Review: Planting S.E.E.D.S – Our Brain’s Foundation

PLANTING S.E.E.D.S – OUR BRAINS FOUNDATION – Dr. John B Arden (summary of key concepts by Melissa McIntosh)

Dr. John Arden recently retired as the Director of Training for Mental Health for the Northern California Region in the Kaiser Permanente healthcare system and has over forty years of experience providing psychological services and directing mental health programs. He has authored fourteen books on the subject of psychology and neuropsychotherapy and remains one of the foremost theorisers of the science.

Dr. John Arden has identified five basic needs critical for optimal brain function. Not unlike the body, the brain continues to grow and change throughout its life depending on how it is used and how it is maintained. Forming the acronym S.E.E.D.S, they are social connectivity, exercise, education, diet, and sleep.

S: Social Connectivity

Advances in neurobiology have emphasised the importance of having many significant relationships with others. The human brain was designed to hold varying levels of kinship with other people, and there are proven adverse effects for neglecting this need. Long-term social isolation has been linked to a weakened immune system, higher levels of depression and anxiety, and even an increased risk of dementia.

E: Exercise

Humans evolved as long-distance pursuit hunters, and even today we retain an inbuilt need for exercise. This does not necessarily mean daily visits to the gym, however it is highly beneficial for the mind as well as the body to have at least thirty minutes of heightened cardiac activity most days. Even that small level of activity promotes the formation of new neurons in the brain, and naturally combats the effects of anxiety.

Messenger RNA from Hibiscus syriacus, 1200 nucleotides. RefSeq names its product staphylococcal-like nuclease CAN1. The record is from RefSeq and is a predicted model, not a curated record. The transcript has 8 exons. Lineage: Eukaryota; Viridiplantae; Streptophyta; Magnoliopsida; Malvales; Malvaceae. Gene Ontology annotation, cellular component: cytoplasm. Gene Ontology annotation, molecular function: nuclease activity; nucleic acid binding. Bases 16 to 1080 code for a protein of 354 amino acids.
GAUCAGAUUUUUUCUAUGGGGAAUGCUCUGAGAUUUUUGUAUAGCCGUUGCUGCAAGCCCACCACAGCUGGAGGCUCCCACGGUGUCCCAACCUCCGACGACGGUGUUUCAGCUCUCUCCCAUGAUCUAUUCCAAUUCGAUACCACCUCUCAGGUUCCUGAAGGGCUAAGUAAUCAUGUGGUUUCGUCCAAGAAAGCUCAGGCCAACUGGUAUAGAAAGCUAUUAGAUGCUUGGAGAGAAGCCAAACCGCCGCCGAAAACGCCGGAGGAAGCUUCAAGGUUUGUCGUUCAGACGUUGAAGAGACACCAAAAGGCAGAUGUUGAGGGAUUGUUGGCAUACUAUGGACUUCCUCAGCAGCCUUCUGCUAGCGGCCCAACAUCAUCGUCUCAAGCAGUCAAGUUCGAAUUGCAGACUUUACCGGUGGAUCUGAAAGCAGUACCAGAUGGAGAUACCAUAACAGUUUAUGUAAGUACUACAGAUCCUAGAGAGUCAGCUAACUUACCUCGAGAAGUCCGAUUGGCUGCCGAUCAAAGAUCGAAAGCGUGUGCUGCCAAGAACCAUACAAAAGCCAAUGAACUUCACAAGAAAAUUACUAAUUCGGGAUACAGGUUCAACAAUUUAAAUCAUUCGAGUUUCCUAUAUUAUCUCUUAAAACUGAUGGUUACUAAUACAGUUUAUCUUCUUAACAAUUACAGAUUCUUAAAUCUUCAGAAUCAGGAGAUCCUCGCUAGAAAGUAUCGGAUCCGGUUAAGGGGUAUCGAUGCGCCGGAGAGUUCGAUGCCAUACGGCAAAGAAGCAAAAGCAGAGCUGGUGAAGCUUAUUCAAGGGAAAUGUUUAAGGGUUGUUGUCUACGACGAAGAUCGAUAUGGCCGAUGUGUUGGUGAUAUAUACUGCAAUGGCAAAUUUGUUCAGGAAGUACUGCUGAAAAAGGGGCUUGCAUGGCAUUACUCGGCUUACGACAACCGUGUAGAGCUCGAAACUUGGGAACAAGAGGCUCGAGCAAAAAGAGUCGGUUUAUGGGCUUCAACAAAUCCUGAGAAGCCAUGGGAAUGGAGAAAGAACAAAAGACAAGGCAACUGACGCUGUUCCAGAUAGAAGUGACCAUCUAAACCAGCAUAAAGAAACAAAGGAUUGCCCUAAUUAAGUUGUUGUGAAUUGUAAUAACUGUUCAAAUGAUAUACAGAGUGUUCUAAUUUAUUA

E: Education

Continuous learning is proven to be one of the most effective ways to delay the onset of dementia or Alzheimer’s. Learning is the process of forming new connections within the brain, and the more it has managed to create the longer they will take to degrade as they age ( a concept described as “neural reserve”).

D: Diet

As cliché as it sound, you do get out what you put in. The brain creates the chemicals it needs to function from the fuel it is given, and not all that fuel is equal. By engaging in a diet disproportionately made of simple carbohydrates, fried food, or even missing meals altogether, you will inadvertently be starving your brain of the material it needs to function to its full capacity.

S: Sleep

A functional, natural sleep is a natural deterrent for depression and anxiety, as well as a critical component of overall brain function, neural regeneration, recovery & memory consolidation. While medication can be used when absolutely necessary for sleep, it will never be as restful as if it had occurred naturally, as the brain will be inhibited from cycling through its needed natural processes.

From our own research as well as Dr. Arden’s neurobiological studies, we enthusiastically endorse the S.E.E.D.S concept. It is our eager recommendation that employers utilise it to facilitate the well-being of their employees in their daily lives.